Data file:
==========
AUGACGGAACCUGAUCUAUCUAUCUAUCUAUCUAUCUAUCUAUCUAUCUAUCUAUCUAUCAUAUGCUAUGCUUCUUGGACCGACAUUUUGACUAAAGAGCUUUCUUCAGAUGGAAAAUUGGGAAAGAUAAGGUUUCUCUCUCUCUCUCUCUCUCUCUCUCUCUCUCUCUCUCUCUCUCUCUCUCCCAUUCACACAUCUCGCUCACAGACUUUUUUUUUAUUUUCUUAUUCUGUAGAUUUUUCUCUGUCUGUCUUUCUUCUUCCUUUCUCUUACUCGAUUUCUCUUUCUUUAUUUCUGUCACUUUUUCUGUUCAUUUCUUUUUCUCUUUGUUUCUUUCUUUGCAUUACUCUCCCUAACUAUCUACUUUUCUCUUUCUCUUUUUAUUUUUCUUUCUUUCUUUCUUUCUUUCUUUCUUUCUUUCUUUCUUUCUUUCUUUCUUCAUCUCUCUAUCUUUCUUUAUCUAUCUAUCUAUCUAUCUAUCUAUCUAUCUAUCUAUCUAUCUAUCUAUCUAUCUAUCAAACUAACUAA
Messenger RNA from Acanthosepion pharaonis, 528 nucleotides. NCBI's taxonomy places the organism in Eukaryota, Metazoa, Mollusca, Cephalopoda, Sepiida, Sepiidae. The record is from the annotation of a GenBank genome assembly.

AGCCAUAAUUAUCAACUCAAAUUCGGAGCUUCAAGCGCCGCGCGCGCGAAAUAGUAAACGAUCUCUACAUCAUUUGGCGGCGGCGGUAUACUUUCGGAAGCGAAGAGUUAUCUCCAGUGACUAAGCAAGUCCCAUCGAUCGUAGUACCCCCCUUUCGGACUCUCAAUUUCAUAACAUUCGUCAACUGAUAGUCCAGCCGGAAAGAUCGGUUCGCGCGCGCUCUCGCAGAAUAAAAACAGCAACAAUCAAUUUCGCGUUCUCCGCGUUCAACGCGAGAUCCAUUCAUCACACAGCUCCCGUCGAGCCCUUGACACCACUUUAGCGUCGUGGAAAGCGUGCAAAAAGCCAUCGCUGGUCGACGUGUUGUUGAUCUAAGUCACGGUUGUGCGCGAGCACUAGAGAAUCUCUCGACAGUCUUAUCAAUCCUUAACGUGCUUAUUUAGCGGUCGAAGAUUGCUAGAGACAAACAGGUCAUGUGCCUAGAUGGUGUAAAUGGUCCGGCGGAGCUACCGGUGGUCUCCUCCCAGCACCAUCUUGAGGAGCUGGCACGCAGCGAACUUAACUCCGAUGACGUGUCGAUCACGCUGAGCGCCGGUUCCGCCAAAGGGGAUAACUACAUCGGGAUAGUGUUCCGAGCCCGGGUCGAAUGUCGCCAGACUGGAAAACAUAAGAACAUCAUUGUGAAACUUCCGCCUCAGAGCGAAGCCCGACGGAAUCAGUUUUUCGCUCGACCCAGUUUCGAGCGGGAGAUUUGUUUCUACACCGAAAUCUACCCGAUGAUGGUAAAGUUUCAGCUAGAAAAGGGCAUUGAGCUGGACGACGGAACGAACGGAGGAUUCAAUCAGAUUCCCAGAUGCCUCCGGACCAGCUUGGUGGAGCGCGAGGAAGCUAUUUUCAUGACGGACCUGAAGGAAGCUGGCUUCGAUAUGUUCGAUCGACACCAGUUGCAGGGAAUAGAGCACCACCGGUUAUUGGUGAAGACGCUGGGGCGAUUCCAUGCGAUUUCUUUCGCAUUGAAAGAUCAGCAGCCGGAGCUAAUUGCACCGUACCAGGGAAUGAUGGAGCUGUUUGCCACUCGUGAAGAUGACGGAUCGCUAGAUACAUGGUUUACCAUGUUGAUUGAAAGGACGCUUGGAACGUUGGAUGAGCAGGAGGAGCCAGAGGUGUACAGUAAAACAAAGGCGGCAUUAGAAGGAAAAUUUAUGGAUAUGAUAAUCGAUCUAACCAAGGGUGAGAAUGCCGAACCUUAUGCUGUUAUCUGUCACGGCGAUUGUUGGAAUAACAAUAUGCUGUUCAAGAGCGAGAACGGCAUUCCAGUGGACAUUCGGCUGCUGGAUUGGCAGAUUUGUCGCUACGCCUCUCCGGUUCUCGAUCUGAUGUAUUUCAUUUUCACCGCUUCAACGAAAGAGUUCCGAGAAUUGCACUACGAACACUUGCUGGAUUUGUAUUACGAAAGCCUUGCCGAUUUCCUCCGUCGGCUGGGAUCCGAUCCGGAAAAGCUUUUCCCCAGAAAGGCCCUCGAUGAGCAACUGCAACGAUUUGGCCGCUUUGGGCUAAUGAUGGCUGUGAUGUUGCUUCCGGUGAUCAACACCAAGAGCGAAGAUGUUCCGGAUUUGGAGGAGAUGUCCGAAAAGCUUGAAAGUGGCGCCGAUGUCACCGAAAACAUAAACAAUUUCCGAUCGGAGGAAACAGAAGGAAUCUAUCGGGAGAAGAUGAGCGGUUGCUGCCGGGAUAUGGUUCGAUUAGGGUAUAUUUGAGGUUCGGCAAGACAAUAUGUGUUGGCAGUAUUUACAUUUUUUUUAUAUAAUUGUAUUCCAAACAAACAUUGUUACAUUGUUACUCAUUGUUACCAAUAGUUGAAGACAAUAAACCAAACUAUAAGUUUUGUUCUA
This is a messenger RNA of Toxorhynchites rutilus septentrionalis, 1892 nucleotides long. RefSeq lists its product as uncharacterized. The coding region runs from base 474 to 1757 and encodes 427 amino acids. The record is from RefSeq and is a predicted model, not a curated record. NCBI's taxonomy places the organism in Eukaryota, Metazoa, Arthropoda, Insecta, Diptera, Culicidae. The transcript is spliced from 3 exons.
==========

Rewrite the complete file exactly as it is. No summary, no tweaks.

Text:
AUGACGGAACCUGAUCUAUCUAUCUAUCUAUCUAUCUAUCUAUCUAUCUAUCUAUCUAUCAUAUGCUAUGCUUCUUGGACCGACAUUUUGACUAAAGAGCUUUCUUCAGAUGGAAAAUUGGGAAAGAUAAGGUUUCUCUCUCUCUCUCUCUCUCUCUCUCUCUCUCUCUCUCUCUCUCUCUCUCCCAUUCACACAUCUCGCUCACAGACUUUUUUUUUAUUUUCUUAUUCUGUAGAUUUUUCUCUGUCUGUCUUUCUUCUUCCUUUCUCUUACUCGAUUUCUCUUUCUUUAUUUCUGUCACUUUUUCUGUUCAUUUCUUUUUCUCUUUGUUUCUUUCUUUGCAUUACUCUCCCUAACUAUCUACUUUUCUCUUUCUCUUUUUAUUUUUCUUUCUUUCUUUCUUUCUUUCUUUCUUUCUUUCUUUCUUUCUUUCUUUCUUCAUCUCUCUAUCUUUCUUUAUCUAUCUAUCUAUCUAUCUAUCUAUCUAUCUAUCUAUCUAUCUAUCUAUCUAUCUAUCAAACUAACUAA
Messenger RNA from Acanthosepion pharaonis, 528 nucleotides. NCBI's taxonomy places the organism in Eukaryota, Metazoa, Mollusca, Cephalopoda, Sepiida, Sepiidae. The record is from the annotation of a GenBank genome assembly.

AGCCAUAAUUAUCAACUCAAAUUCGGAGCUUCAAGCGCCGCGCGCGCGAAAUAGUAAACGAUCUCUACAUCAUUUGGCGGCGGCGGUAUACUUUCGGAAGCGAAGAGUUAUCUCCAGUGACUAAGCAAGUCCCAUCGAUCGUAGUACCCCCCUUUCGGACUCUCAAUUUCAUAACAUUCGUCAACUGAUAGUCCAGCCGGAAAGAUCGGUUCGCGCGCGCUCUCGCAGAAUAAAAACAGCAACAAUCAAUUUCGCGUUCUCCGCGUUCAACGCGAGAUCCAUUCAUCACACAGCUCCCGUCGAGCCCUUGACACCACUUUAGCGUCGUGGAAAGCGUGCAAAAAGCCAUCGCUGGUCGACGUGUUGUUGAUCUAAGUCACGGUUGUGCGCGAGCACUAGAGAAUCUCUCGACAGUCUUAUCAAUCCUUAACGUGCUUAUUUAGCGGUCGAAGAUUGCUAGAGACAAACAGGUCAUGUGCCUAGAUGGUGUAAAUGGUCCGGCGGAGCUACCGGUGGUCUCCUCCCAGCACCAUCUUGAGGAGCUGGCACGCAGCGAACUUAACUCCGAUGACGUGUCGAUCACGCUGAGCGCCGGUUCCGCCAAAGGGGAUAACUACAUCGGGAUAGUGUUCCGAGCCCGGGUCGAAUGUCGCCAGACUGGAAAACAUAAGAACAUCAUUGUGAAACUUCCGCCUCAGAGCGAAGCCCGACGGAAUCAGUUUUUCGCUCGACCCAGUUUCGAGCGGGAGAUUUGUUUCUACACCGAAAUCUACCCGAUGAUGGUAAAGUUUCAGCUAGAAAAGGGCAUUGAGCUGGACGACGGAACGAACGGAGGAUUCAAUCAGAUUCCCAGAUGCCUCCGGACCAGCUUGGUGGAGCGCGAGGAAGCUAUUUUCAUGACGGACCUGAAGGAAGCUGGCUUCGAUAUGUUCGAUCGACACCAGUUGCAGGGAAUAGAGCACCACCGGUUAUUGGUGAAGACGCUGGGGCGAUUCCAUGCGAUUUCUUUCGCAUUGAAAGAUCAGCAGCCGGAGCUAAUUGCACCGUACCAGGGAAUGAUGGAGCUGUUUGCCACUCGUGAAGAUGACGGAUCGCUAGAUACAUGGUUUACCAUGUUGAUUGAAAGGACGCUUGGAACGUUGGAUGAGCAGGAGGAGCCAGAGGUGUACAGUAAAACAAAGGCGGCAUUAGAAGGAAAAUUUAUGGAUAUGAUAAUCGAUCUAACCAAGGGUGAGAAUGCCGAACCUUAUGCUGUUAUCUGUCACGGCGAUUGUUGGAAUAACAAUAUGCUGUUCAAGAGCGAGAACGGCAUUCCAGUGGACAUUCGGCUGCUGGAUUGGCAGAUUUGUCGCUACGCCUCUCCGGUUCUCGAUCUGAUGUAUUUCAUUUUCACCGCUUCAACGAAAGAGUUCCGAGAAUUGCACUACGAACACUUGCUGGAUUUGUAUUACGAAAGCCUUGCCGAUUUCCUCCGUCGGCUGGGAUCCGAUCCGGAAAAGCUUUUCCCCAGAAAGGCCCUCGAUGAGCAACUGCAACGAUUUGGCCGCUUUGGGCUAAUGAUGGCUGUGAUGUUGCUUCCGGUGAUCAACACCAAGAGCGAAGAUGUUCCGGAUUUGGAGGAGAUGUCCGAAAAGCUUGAAAGUGGCGCCGAUGUCACCGAAAACAUAAACAAUUUCCGAUCGGAGGAAACAGAAGGAAUCUAUCGGGAGAAGAUGAGCGGUUGCUGCCGGGAUAUGGUUCGAUUAGGGUAUAUUUGAGGUUCGGCAAGACAAUAUGUGUUGGCAGUAUUUACAUUUUUUUUAUAUAAUUGUAUUCCAAACAAACAUUGUUACAUUGUUACUCAUUGUUACCAAUAGUUGAAGACAAUAAACCAAACUAUAAGUUUUGUUCUA
This is a messenger RNA of Toxorhynchites rutilus septentrionalis, 1892 nucleotides long. RefSeq lists its product as uncharacterized. The coding region runs from base 474 to 1757 and encodes 427 amino acids. The record is from RefSeq and is a predicted model, not a curated record. NCBI's taxonomy places the organism in Eukaryota, Metazoa, Arthropoda, Insecta, Diptera, Culicidae. The transcript is spliced from 3 exons.